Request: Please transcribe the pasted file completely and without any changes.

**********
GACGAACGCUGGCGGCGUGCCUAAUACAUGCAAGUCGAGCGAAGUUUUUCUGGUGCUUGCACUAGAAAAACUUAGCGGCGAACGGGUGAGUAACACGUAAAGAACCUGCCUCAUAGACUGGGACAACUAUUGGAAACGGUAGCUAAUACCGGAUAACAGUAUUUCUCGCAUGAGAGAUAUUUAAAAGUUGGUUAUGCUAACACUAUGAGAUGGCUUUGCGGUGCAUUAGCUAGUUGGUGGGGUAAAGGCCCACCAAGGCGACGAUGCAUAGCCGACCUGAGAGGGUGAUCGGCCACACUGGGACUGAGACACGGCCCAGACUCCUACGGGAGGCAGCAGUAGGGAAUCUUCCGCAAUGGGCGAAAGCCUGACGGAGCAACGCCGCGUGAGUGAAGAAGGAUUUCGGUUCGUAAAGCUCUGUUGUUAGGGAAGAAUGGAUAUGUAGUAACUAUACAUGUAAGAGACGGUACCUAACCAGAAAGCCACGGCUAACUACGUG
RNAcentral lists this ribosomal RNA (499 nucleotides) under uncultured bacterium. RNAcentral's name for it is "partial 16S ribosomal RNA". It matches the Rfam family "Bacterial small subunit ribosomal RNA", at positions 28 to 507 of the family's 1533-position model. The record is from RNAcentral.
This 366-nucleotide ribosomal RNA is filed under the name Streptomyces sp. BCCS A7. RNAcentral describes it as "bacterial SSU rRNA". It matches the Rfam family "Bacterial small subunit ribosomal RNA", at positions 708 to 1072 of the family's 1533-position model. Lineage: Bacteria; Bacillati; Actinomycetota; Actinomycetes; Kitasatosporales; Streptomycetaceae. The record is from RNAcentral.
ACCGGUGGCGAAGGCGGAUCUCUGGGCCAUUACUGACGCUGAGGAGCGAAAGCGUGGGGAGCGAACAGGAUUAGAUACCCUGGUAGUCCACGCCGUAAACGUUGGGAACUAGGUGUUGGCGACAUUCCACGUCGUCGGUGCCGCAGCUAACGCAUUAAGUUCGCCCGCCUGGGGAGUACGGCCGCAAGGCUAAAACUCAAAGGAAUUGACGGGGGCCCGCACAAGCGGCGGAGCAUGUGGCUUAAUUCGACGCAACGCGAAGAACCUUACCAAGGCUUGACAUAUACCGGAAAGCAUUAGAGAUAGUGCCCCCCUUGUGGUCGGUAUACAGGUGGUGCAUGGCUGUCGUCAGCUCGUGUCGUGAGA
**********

GACGAACGCUGGCGGCGUGCCUAAUACAUGCAAGUCGAGCGAAGUUUUUCUGGUGCUUGCACUAGAAAAACUUAGCGGCGAACGGGUGAGUAACACGUAAAGAACCUGCCUCAUAGACUGGGACAACUAUUGGAAACGGUAGCUAAUACCGGAUAACAGUAUUUCUCGCAUGAGAGAUAUUUAAAAGUUGGUUAUGCUAACACUAUGAGAUGGCUUUGCGGUGCAUUAGCUAGUUGGUGGGGUAAAGGCCCACCAAGGCGACGAUGCAUAGCCGACCUGAGAGGGUGAUCGGCCACACUGGGACUGAGACACGGCCCAGACUCCUACGGGAGGCAGCAGUAGGGAAUCUUCCGCAAUGGGCGAAAGCCUGACGGAGCAACGCCGCGUGAGUGAAGAAGGAUUUCGGUUCGUAAAGCUCUGUUGUUAGGGAAGAAUGGAUAUGUAGUAACUAUACAUGUAAGAGACGGUACCUAACCAGAAAGCCACGGCUAACUACGUG
RNAcentral lists this ribosomal RNA (499 nucleotides) under uncultured bacterium. RNAcentral's name for it is "partial 16S ribosomal RNA". It matches the Rfam family "Bacterial small subunit ribosomal RNA", at positions 28 to 507 of the family's 1533-position model. The record is from RNAcentral.
This 366-nucleotide ribosomal RNA is filed under the name Streptomyces sp. BCCS A7. RNAcentral describes it as "bacterial SSU rRNA". It matches the Rfam family "Bacterial small subunit ribosomal RNA", at positions 708 to 1072 of the family's 1533-position model. Lineage: Bacteria; Bacillati; Actinomycetota; Actinomycetes; Kitasatosporales; Streptomycetaceae. The record is from RNAcentral.
ACCGGUGGCGAAGGCGGAUCUCUGGGCCAUUACUGACGCUGAGGAGCGAAAGCGUGGGGAGCGAACAGGAUUAGAUACCCUGGUAGUCCACGCCGUAAACGUUGGGAACUAGGUGUUGGCGACAUUCCACGUCGUCGGUGCCGCAGCUAACGCAUUAAGUUCGCCCGCCUGGGGAGUACGGCCGCAAGGCUAAAACUCAAAGGAAUUGACGGGGGCCCGCACAAGCGGCGGAGCAUGUGGCUUAAUUCGACGCAACGCGAAGAACCUUACCAAGGCUUGACAUAUACCGGAAAGCAUUAGAGAUAGUGCCCCCCUUGUGGUCGGUAUACAGGUGGUGCAUGGCUGUCGUCAGCUCGUGUCGUGAGA